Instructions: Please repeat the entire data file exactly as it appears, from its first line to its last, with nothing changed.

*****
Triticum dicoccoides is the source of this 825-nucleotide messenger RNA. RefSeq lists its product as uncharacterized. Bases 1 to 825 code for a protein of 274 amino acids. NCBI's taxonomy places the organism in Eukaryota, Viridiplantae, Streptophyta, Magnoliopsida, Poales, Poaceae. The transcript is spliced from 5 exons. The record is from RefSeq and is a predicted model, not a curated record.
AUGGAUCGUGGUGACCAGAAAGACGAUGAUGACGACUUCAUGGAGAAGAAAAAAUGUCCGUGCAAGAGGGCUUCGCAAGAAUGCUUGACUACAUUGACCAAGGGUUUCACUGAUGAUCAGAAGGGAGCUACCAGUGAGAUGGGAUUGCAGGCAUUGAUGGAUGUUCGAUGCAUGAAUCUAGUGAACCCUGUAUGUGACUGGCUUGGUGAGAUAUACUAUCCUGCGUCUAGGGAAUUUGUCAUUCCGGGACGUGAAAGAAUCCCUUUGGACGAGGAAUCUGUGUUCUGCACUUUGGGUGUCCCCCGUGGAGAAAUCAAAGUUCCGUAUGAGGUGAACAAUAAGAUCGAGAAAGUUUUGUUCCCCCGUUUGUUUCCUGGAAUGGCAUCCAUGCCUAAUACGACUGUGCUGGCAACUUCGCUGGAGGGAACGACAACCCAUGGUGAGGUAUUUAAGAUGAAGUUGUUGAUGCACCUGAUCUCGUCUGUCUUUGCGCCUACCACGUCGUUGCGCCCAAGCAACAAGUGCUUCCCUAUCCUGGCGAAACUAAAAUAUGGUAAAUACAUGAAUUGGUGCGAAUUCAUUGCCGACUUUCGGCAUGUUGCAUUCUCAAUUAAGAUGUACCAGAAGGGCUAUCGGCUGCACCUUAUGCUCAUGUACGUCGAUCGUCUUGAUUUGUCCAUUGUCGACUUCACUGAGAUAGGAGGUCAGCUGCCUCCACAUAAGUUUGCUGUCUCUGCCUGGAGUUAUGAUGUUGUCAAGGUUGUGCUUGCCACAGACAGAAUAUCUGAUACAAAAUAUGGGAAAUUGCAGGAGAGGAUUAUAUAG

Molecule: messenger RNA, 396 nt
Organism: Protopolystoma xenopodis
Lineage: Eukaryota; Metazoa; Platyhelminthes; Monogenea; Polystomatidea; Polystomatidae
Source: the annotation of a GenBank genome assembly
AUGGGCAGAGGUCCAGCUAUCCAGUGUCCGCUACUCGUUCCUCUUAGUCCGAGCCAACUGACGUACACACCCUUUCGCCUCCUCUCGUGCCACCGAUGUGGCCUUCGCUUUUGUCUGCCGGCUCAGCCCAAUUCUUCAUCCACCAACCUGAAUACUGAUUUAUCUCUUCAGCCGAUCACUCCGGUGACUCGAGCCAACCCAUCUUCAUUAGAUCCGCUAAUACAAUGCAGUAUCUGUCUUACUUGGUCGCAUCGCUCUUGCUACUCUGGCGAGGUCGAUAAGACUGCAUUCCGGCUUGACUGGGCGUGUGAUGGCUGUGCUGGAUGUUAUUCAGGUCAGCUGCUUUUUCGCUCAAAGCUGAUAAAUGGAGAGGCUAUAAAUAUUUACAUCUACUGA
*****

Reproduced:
Triticum dicoccoides is the source of this 825-nucleotide messenger RNA. RefSeq lists its product as uncharacterized. Bases 1 to 825 code for a protein of 274 amino acids. NCBI's taxonomy places the organism in Eukaryota, Viridiplantae, Streptophyta, Magnoliopsida, Poales, Poaceae. The transcript is spliced from 5 exons. The record is from RefSeq and is a predicted model, not a curated record.
AUGGAUCGUGGUGACCAGAAAGACGAUGAUGACGACUUCAUGGAGAAGAAAAAAUGUCCGUGCAAGAGGGCUUCGCAAGAAUGCUUGACUACAUUGACCAAGGGUUUCACUGAUGAUCAGAAGGGAGCUACCAGUGAGAUGGGAUUGCAGGCAUUGAUGGAUGUUCGAUGCAUGAAUCUAGUGAACCCUGUAUGUGACUGGCUUGGUGAGAUAUACUAUCCUGCGUCUAGGGAAUUUGUCAUUCCGGGACGUGAAAGAAUCCCUUUGGACGAGGAAUCUGUGUUCUGCACUUUGGGUGUCCCCCGUGGAGAAAUCAAAGUUCCGUAUGAGGUGAACAAUAAGAUCGAGAAAGUUUUGUUCCCCCGUUUGUUUCCUGGAAUGGCAUCCAUGCCUAAUACGACUGUGCUGGCAACUUCGCUGGAGGGAACGACAACCCAUGGUGAGGUAUUUAAGAUGAAGUUGUUGAUGCACCUGAUCUCGUCUGUCUUUGCGCCUACCACGUCGUUGCGCCCAAGCAACAAGUGCUUCCCUAUCCUGGCGAAACUAAAAUAUGGUAAAUACAUGAAUUGGUGCGAAUUCAUUGCCGACUUUCGGCAUGUUGCAUUCUCAAUUAAGAUGUACCAGAAGGGCUAUCGGCUGCACCUUAUGCUCAUGUACGUCGAUCGUCUUGAUUUGUCCAUUGUCGACUUCACUGAGAUAGGAGGUCAGCUGCCUCCACAUAAGUUUGCUGUCUCUGCCUGGAGUUAUGAUGUUGUCAAGGUUGUGCUUGCCACAGACAGAAUAUCUGAUACAAAAUAUGGGAAAUUGCAGGAGAGGAUUAUAUAG

Molecule: messenger RNA, 396 nt
Organism: Protopolystoma xenopodis
Lineage: Eukaryota; Metazoa; Platyhelminthes; Monogenea; Polystomatidea; Polystomatidae
Source: the annotation of a GenBank genome assembly
AUGGGCAGAGGUCCAGCUAUCCAGUGUCCGCUACUCGUUCCUCUUAGUCCGAGCCAACUGACGUACACACCCUUUCGCCUCCUCUCGUGCCACCGAUGUGGCCUUCGCUUUUGUCUGCCGGCUCAGCCCAAUUCUUCAUCCACCAACCUGAAUACUGAUUUAUCUCUUCAGCCGAUCACUCCGGUGACUCGAGCCAACCCAUCUUCAUUAGAUCCGCUAAUACAAUGCAGUAUCUGUCUUACUUGGUCGCAUCGCUCUUGCUACUCUGGCGAGGUCGAUAAGACUGCAUUCCGGCUUGACUGGGCGUGUGAUGGCUGUGCUGGAUGUUAUUCAGGUCAGCUGCUUUUUCGCUCAAAGCUGAUAAAUGGAGAGGCUAUAAAUAUUUACAUCUACUGA